Finally, you can grow a refugium wit macroalgae to increase your PH levels and reduce the amount of carbon dioxide around the tank. This refugium will consume excess CO2 from the water itself, in turn raising the rate of acidity. This is one of the preferred methods of PH raising as it occurs naturally and is rather cost-effective. A refugium also comes with it a healthy array of other benefits, including reducing nitrates and phosphates.
READ MORE: How to Mix Saltwater for Aquarium
How do I raise the alkalinity in my reef tank while also helping the PH levels?
Of course, once you have the desired alkalinity, you want to raise the rate of acidity without increasing the other. However, you may find that both your PH and alkalinity levels could do with a boost in some cases. If this is the case, it is important to know how to raise them safely up to the recommended amounts without compromising the tank’s water.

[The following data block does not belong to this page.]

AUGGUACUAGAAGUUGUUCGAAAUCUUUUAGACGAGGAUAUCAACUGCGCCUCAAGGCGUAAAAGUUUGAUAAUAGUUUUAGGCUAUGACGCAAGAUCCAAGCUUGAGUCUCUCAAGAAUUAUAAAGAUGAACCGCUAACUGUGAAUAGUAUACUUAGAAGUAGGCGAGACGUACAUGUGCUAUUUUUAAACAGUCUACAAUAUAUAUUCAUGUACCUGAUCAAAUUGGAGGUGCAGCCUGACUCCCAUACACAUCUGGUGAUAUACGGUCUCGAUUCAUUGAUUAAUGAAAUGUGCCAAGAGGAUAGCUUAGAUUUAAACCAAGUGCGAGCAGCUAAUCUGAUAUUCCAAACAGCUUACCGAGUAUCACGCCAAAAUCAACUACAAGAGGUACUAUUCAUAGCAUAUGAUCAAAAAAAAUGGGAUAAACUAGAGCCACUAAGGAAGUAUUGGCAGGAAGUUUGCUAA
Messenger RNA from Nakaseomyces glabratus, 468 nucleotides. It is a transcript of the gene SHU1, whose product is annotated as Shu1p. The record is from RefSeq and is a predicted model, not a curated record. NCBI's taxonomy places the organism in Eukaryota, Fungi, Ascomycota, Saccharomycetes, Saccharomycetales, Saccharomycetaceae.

The first step is to focus on the alkalinity itself. Maintaining this is extremely important in your quest to increase the rate of acidity. In fact, alkalinity is more important to maintain than PH, calcium, salinity, and magnesium in the tank, so it must be taken seriously. The recommended level of alkalinity is set at around 8.5 dKH as this gives you enough safe leeway when dosing and testing, meaning that a mistake will not result in disaster. Basically, if the alkalinity levels go up or down slightly from this point, it won’t have devastating effects and you will have plenty of time to fix it. If you are looking to raise your alkalinity level up to this recommended 8.5, you can use a simple water and sodium bicarbonate solution, with a reef calculator on hand to test the levels until they are perfect. Important note – avoid products that are labeled ‘PH buffer’ as these contain other undesirable elements.